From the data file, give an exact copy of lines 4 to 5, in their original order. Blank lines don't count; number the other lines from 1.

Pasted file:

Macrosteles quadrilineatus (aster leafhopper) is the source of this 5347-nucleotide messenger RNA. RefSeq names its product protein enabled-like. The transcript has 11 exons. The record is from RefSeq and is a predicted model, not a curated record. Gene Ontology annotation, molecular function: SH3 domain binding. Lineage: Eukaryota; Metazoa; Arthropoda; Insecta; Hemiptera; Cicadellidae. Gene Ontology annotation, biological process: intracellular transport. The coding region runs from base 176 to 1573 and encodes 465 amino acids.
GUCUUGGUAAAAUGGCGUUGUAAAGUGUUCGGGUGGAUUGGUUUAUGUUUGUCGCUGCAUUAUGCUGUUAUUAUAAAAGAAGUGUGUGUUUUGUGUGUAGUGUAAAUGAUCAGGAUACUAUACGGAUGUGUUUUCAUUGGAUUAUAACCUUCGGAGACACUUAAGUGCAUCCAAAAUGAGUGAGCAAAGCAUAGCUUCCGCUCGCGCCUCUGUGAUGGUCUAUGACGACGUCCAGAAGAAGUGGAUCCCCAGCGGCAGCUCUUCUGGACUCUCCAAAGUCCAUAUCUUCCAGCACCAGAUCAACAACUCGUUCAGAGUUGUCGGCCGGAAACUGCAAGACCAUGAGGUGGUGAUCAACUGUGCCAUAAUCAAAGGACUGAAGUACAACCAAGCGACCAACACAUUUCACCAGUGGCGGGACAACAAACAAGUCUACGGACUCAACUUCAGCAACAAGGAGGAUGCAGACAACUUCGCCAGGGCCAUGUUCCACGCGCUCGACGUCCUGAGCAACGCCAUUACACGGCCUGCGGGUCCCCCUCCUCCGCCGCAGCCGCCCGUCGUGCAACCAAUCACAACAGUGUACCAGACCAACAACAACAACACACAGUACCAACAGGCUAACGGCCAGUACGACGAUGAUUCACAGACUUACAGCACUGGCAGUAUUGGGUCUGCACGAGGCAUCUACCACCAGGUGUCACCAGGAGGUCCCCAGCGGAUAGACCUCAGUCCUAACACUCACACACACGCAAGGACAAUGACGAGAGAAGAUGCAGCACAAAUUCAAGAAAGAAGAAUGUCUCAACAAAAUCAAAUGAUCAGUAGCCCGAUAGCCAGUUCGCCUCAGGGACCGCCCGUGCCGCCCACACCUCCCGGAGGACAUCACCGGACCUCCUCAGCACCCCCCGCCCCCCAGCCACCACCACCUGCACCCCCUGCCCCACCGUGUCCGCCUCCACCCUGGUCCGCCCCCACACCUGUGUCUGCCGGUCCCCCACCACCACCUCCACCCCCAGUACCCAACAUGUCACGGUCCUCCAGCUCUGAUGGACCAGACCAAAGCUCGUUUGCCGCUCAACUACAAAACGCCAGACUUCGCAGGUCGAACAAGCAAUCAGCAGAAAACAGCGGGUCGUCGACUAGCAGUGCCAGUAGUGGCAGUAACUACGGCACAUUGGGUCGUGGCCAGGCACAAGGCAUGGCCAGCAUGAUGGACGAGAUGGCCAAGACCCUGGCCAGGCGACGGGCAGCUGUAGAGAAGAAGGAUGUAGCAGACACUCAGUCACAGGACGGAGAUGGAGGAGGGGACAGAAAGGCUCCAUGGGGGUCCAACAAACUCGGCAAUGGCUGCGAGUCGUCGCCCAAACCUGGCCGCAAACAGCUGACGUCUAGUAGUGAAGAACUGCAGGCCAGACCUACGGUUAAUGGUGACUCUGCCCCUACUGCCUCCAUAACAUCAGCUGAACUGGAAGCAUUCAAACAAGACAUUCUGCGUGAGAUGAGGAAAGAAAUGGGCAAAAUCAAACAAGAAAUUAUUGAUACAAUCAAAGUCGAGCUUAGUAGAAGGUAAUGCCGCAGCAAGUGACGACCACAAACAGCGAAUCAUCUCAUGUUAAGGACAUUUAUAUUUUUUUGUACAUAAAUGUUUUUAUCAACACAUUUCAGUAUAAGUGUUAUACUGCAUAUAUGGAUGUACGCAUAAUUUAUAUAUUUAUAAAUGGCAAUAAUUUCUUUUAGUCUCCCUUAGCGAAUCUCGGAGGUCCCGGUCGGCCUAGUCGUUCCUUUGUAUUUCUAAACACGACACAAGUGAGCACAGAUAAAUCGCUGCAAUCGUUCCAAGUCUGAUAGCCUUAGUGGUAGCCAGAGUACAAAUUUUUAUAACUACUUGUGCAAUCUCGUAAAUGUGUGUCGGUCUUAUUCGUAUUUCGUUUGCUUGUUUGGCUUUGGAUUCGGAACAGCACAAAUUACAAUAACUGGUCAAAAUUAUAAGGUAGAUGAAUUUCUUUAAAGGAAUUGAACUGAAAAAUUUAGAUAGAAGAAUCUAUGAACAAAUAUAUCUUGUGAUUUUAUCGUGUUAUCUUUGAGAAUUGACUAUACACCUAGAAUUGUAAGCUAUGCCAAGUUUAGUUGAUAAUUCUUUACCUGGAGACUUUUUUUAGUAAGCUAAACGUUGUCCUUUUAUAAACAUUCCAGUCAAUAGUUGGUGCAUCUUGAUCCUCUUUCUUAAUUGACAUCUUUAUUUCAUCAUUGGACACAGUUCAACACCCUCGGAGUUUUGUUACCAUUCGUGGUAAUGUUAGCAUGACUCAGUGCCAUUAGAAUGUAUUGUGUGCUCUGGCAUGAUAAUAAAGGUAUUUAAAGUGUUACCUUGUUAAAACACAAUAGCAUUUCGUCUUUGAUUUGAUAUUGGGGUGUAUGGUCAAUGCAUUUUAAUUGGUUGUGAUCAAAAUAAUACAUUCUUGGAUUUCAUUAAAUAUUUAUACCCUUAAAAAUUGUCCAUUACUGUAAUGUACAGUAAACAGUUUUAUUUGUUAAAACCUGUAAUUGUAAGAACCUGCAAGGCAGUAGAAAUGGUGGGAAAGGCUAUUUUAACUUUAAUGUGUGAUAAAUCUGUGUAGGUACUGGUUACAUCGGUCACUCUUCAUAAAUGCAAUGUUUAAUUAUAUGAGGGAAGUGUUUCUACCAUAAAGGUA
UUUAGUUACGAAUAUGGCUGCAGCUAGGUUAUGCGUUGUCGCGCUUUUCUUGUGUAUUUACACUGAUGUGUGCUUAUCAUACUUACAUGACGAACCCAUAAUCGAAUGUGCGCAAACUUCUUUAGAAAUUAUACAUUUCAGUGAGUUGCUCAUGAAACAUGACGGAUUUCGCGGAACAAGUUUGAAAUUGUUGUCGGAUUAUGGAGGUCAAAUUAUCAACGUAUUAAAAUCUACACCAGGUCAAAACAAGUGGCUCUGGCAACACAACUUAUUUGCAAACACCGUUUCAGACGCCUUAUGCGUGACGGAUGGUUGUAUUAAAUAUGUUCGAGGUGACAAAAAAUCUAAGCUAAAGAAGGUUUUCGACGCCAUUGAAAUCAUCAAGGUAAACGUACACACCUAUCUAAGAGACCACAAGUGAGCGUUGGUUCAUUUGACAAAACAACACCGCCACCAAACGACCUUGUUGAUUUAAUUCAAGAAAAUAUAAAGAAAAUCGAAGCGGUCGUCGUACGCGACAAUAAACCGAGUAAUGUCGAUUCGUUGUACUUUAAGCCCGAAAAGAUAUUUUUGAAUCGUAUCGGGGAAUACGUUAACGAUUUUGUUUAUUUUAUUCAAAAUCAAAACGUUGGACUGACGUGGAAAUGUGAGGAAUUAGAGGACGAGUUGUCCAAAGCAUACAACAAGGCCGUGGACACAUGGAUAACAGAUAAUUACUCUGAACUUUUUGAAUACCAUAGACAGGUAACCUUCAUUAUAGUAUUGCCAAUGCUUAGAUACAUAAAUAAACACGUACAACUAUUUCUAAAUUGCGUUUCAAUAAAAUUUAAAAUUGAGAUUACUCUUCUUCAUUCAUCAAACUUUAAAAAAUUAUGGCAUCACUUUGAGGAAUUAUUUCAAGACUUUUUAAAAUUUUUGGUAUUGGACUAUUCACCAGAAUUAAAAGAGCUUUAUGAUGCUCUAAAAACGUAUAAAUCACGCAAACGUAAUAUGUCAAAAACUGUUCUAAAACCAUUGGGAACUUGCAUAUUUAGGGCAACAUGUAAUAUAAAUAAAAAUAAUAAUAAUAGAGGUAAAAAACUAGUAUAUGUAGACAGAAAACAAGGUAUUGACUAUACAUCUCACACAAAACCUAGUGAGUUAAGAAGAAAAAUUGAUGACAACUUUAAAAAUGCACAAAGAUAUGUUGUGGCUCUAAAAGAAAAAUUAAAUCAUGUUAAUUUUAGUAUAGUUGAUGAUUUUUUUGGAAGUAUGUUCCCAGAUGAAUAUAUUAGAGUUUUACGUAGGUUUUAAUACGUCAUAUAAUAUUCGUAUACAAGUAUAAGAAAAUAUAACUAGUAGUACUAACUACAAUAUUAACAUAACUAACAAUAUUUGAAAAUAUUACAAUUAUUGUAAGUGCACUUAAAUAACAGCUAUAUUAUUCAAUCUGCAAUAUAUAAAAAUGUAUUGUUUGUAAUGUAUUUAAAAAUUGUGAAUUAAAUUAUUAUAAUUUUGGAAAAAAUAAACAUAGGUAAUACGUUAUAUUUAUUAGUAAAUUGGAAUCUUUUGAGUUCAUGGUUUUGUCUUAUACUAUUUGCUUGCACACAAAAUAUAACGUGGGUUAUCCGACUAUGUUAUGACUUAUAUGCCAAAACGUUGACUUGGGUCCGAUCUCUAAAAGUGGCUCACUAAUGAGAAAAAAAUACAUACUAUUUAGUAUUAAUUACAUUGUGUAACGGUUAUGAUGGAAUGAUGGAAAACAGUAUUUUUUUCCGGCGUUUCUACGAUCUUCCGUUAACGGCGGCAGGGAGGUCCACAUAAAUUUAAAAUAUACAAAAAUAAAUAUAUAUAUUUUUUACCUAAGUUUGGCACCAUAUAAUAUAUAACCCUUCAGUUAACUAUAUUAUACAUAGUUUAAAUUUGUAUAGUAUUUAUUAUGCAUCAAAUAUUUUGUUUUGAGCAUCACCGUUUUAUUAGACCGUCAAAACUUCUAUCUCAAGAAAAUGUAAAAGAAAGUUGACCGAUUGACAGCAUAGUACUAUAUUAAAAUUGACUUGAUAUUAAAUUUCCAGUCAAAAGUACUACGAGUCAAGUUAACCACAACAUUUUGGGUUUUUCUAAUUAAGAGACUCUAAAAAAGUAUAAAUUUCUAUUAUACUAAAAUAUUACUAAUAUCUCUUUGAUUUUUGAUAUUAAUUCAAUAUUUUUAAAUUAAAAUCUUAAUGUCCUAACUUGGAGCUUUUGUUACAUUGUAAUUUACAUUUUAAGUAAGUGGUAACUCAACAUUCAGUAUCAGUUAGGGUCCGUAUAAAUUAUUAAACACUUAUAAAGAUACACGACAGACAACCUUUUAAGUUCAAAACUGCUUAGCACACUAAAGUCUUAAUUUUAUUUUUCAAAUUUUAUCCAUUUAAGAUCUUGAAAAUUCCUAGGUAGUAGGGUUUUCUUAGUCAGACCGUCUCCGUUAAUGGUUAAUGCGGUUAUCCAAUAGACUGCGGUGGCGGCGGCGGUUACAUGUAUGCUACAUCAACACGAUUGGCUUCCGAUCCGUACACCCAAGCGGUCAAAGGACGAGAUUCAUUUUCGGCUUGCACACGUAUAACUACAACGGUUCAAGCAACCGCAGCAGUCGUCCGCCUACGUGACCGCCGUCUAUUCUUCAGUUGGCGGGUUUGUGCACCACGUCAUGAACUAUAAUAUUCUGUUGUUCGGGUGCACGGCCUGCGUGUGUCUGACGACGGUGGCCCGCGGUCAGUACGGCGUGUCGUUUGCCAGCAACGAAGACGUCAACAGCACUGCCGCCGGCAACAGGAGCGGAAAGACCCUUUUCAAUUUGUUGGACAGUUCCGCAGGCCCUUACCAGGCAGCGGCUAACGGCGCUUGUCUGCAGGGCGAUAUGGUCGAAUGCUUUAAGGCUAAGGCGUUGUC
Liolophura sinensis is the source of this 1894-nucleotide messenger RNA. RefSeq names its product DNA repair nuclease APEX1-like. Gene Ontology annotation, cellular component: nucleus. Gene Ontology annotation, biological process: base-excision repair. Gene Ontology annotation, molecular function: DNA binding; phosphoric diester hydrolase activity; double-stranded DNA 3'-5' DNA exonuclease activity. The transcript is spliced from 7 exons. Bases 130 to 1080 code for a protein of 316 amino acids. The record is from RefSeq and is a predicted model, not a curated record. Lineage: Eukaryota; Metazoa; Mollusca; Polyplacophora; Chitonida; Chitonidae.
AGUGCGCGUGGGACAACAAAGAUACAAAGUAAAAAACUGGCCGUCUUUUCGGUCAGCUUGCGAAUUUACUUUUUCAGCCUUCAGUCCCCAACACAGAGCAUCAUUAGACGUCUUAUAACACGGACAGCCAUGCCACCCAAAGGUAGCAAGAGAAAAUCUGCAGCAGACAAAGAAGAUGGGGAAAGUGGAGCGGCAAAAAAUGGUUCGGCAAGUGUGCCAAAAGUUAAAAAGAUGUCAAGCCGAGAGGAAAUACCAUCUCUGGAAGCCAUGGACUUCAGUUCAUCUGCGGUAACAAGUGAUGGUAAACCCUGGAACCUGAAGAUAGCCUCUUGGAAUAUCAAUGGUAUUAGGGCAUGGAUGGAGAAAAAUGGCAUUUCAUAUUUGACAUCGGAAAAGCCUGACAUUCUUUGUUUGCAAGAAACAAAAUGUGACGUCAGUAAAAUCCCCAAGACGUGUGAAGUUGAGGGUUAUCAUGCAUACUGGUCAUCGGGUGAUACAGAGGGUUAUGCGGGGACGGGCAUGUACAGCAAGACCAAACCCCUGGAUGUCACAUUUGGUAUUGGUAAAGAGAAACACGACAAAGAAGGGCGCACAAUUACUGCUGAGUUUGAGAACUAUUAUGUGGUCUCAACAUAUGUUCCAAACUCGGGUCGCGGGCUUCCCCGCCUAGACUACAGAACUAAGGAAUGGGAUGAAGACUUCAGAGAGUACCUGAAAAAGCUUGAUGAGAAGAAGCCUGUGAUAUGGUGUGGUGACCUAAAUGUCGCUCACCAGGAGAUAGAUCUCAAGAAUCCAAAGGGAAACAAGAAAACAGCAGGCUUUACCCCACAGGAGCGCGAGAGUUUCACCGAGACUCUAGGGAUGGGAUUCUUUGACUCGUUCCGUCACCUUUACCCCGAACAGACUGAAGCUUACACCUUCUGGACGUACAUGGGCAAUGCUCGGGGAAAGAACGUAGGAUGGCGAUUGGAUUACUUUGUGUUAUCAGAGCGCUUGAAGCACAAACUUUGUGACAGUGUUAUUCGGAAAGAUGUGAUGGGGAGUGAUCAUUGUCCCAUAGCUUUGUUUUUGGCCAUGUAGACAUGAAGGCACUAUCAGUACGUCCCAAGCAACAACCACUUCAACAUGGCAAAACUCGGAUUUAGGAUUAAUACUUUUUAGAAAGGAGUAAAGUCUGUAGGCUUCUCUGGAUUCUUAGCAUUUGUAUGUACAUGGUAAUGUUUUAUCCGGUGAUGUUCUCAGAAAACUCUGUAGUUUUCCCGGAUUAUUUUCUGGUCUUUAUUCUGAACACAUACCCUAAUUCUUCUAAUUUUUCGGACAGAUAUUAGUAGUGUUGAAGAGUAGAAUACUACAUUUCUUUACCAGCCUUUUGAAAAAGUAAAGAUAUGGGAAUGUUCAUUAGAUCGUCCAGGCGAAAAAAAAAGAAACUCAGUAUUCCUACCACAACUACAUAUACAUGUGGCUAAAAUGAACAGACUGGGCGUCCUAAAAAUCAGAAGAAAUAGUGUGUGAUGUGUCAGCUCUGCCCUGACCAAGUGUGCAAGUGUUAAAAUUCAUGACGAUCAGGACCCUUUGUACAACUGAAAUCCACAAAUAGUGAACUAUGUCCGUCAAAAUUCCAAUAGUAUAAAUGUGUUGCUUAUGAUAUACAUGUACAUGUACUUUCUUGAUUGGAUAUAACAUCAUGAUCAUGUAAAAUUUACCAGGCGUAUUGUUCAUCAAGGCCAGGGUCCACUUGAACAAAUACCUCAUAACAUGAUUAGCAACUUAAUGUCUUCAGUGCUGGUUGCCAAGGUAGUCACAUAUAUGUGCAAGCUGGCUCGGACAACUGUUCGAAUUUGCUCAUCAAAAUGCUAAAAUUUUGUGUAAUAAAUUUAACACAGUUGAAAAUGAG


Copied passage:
Liolophura sinensis is the source of this 1894-nucleotide messenger RNA. RefSeq names its product DNA repair nuclease APEX1-like. Gene Ontology annotation, cellular component: nucleus. Gene Ontology annotation, biological process: base-excision repair. Gene Ontology annotation, molecular function: DNA binding; phosphoric diester hydrolase activity; double-stranded DNA 3'-5' DNA exonuclease activity. The transcript is spliced from 7 exons. Bases 130 to 1080 code for a protein of 316 amino acids. The record is from RefSeq and is a predicted model, not a curated record. Lineage: Eukaryota; Metazoa; Mollusca; Polyplacophora; Chitonida; Chitonidae.
AGUGCGCGUGGGACAACAAAGAUACAAAGUAAAAAACUGGCCGUCUUUUCGGUCAGCUUGCGAAUUUACUUUUUCAGCCUUCAGUCCCCAACACAGAGCAUCAUUAGACGUCUUAUAACACGGACAGCCAUGCCACCCAAAGGUAGCAAGAGAAAAUCUGCAGCAGACAAAGAAGAUGGGGAAAGUGGAGCGGCAAAAAAUGGUUCGGCAAGUGUGCCAAAAGUUAAAAAGAUGUCAAGCCGAGAGGAAAUACCAUCUCUGGAAGCCAUGGACUUCAGUUCAUCUGCGGUAACAAGUGAUGGUAAACCCUGGAACCUGAAGAUAGCCUCUUGGAAUAUCAAUGGUAUUAGGGCAUGGAUGGAGAAAAAUGGCAUUUCAUAUUUGACAUCGGAAAAGCCUGACAUUCUUUGUUUGCAAGAAACAAAAUGUGACGUCAGUAAAAUCCCCAAGACGUGUGAAGUUGAGGGUUAUCAUGCAUACUGGUCAUCGGGUGAUACAGAGGGUUAUGCGGGGACGGGCAUGUACAGCAAGACCAAACCCCUGGAUGUCACAUUUGGUAUUGGUAAAGAGAAACACGACAAAGAAGGGCGCACAAUUACUGCUGAGUUUGAGAACUAUUAUGUGGUCUCAACAUAUGUUCCAAACUCGGGUCGCGGGCUUCCCCGCCUAGACUACAGAACUAAGGAAUGGGAUGAAGACUUCAGAGAGUACCUGAAAAAGCUUGAUGAGAAGAAGCCUGUGAUAUGGUGUGGUGACCUAAAUGUCGCUCACCAGGAGAUAGAUCUCAAGAAUCCAAAGGGAAACAAGAAAACAGCAGGCUUUACCCCACAGGAGCGCGAGAGUUUCACCGAGACUCUAGGGAUGGGAUUCUUUGACUCGUUCCGUCACCUUUACCCCGAACAGACUGAAGCUUACACCUUCUGGACGUACAUGGGCAAUGCUCGGGGAAAGAACGUAGGAUGGCGAUUGGAUUACUUUGUGUUAUCAGAGCGCUUGAAGCACAAACUUUGUGACAGUGUUAUUCGGAAAGAUGUGAUGGGGAGUGAUCAUUGUCCCAUAGCUUUGUUUUUGGCCAUGUAGACAUGAAGGCACUAUCAGUACGUCCCAAGCAACAACCACUUCAACAUGGCAAAACUCGGAUUUAGGAUUAAUACUUUUUAGAAAGGAGUAAAGUCUGUAGGCUUCUCUGGAUUCUUAGCAUUUGUAUGUACAUGGUAAUGUUUUAUCCGGUGAUGUUCUCAGAAAACUCUGUAGUUUUCCCGGAUUAUUUUCUGGUCUUUAUUCUGAACACAUACCCUAAUUCUUCUAAUUUUUCGGACAGAUAUUAGUAGUGUUGAAGAGUAGAAUACUACAUUUCUUUACCAGCCUUUUGAAAAAGUAAAGAUAUGGGAAUGUUCAUUAGAUCGUCCAGGCGAAAAAAAAAGAAACUCAGUAUUCCUACCACAACUACAUAUACAUGUGGCUAAAAUGAACAGACUGGGCGUCCUAAAAAUCAGAAGAAAUAGUGUGUGAUGUGUCAGCUCUGCCCUGACCAAGUGUGCAAGUGUUAAAAUUCAUGACGAUCAGGACCCUUUGUACAACUGAAAUCCACAAAUAGUGAACUAUGUCCGUCAAAAUUCCAAUAGUAUAAAUGUGUUGCUUAUGAUAUACAUGUACAUGUACUUUCUUGAUUGGAUAUAACAUCAUGAUCAUGUAAAAUUUACCAGGCGUAUUGUUCAUCAAGGCCAGGGUCCACUUGAACAAAUACCUCAUAACAUGAUUAGCAACUUAAUGUCUUCAGUGCUGGUUGCCAAGGUAGUCACAUAUAUGUGCAAGCUGGCUCGGACAACUGUUCGAAUUUGCUCAUCAAAAUGCUAAAAUUUUGUGUAAUAAAUUUAACACAGUUGAAAAUGAG